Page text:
Steer clear of the seafood or anything uncooked, as there are no refrigerators to chill the food, and the bacteria can be a problem if anything is undercooked.

It might also be a good idea to forgo the plates and utensils as they are washed with the same water all day long. Get your food served on paper and dine with your hands instead. And finally, stick to bottled water.

4. Best time to take pictures: Go in the late afternoon or at dusk for the best photo opportunities on Jemaa el Fna square, when both the daytime workers and nighttime performers are out, ensuring magical scenes.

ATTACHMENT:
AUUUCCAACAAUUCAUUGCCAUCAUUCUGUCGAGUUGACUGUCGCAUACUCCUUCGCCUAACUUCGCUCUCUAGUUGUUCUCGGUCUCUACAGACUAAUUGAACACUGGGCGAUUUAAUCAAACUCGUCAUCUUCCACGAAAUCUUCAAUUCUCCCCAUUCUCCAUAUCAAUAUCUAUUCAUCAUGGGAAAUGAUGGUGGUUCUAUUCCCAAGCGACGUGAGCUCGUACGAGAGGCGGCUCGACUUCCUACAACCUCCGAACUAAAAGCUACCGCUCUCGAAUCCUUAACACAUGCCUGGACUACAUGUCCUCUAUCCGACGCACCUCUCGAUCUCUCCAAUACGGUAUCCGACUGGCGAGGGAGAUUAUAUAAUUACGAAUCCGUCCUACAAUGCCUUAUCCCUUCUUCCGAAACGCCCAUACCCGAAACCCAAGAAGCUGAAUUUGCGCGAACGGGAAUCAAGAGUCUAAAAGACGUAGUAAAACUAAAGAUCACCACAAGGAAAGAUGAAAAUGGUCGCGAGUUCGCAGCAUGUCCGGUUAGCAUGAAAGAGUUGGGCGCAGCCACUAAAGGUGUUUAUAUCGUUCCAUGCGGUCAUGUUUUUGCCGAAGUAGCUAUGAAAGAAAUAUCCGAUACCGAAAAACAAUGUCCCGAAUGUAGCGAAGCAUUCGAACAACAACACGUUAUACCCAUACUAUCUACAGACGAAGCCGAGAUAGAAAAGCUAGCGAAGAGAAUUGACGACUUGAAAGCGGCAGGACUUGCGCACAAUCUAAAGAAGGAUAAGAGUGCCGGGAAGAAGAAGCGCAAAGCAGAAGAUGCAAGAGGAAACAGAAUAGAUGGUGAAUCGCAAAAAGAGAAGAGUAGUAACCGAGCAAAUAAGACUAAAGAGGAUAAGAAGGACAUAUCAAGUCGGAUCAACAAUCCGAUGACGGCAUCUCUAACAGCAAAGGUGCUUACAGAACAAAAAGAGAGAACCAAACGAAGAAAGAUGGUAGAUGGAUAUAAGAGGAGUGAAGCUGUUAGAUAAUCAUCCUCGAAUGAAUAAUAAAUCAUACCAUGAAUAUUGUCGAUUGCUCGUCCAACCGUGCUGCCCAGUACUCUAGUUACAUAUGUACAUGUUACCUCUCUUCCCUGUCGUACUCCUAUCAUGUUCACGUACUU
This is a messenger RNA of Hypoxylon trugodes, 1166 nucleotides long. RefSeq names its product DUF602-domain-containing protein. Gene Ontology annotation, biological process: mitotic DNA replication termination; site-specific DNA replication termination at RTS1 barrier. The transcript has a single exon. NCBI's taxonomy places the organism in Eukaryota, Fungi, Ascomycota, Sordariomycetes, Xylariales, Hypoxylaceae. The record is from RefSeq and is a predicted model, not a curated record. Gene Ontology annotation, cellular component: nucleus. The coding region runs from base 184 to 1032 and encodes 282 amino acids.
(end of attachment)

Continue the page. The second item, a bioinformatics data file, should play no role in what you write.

5. Haggle, Haggle, Haggle: If buying anything at Jemaa el Fna always remember to bargain and also take some time to compare what is on offer at different stalls. Haggling is a fundamental part of Moroccan life and culture and bargaining in the markets is expected.

Start your negotiations well below the asking price (a third is often advised). Just remember never to start bargaining for something unless you have a genuine interest in purchasing it. 

6. Carry cash: Keep a stock of coins and loose cash (Moroccan dirhams) on hand when visiting Jemaa el Fna.

Virtually no place around here accepts card payment and you’ll require cash for tipping the performers if you intend to take pictures or when eating at the food stalls in the square. There are a couple of ATMs around the square where you can withdraw cash.